UK new car registrations were down 6.7% in October when compared with the same month last year, but sales of alternatively fuelled vehicles reached record levels, according to figures released by the Society of Motor Manufacturers and Traders (SMMT).

A total of 143,251 cars were sold last month, 10,348 fewer than were registered a year ago. Sales of new diesel cars were particularly bad hit, down 28.3% from 48,381 to 34,666, with market share falling from 31.5% to 24.2%.

Petrol car sales were also down falling 3.2% from 92,348 to 89,371, but there market share increased from 60.1% to 62.4%.

One positive area was alternatively fuelled vehicles which reached a new high at 9.9% market share, up from 6.9% a year ago. The star performers were mild hybrid electric vehicles, with sales up 378.1% to 3,251 and a market share of 2.3% and battery electric vehicles up 2.2% to 3,162 and a market share of 2.3%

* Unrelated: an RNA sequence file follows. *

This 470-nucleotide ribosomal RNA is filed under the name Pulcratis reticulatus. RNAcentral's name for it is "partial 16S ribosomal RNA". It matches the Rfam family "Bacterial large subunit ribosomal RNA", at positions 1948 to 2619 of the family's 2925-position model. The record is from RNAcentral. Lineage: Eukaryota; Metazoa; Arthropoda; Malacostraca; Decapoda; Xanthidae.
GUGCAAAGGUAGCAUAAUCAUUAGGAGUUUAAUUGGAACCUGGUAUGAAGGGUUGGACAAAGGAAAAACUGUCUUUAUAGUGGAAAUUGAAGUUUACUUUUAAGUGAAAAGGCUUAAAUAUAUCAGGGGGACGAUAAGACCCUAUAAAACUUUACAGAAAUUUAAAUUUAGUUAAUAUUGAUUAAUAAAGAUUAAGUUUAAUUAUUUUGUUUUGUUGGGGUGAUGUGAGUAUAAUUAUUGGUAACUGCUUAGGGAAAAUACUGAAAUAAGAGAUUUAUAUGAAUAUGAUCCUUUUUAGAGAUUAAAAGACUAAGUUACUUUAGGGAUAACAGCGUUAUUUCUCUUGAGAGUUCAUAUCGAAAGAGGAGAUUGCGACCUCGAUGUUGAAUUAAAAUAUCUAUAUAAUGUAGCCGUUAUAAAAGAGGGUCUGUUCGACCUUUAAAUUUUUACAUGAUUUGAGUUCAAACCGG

For the year to date, the new car market remains in decline, down 2.9% on the first 10 months of 2018, with total sales of 2,005,522 compared with 2,062,419 a year ago.

SMMT chief executive Mike Hawes said: “The growth in alternatively fuelled cars is very welcome, showing increasing buyer appetite for these new technologies. The overall market remains tough, however, with October now the year’s eighth month of decline and in need of an injection of confidence.

“Whether the general election delivers a bounce to the economy remains to be seen but, with attractive deals and an ever-greater choice of low, ultra-low and zero-emission models arriving in the UK’s showrooms, consumers have every incentive to consider buying a new car.”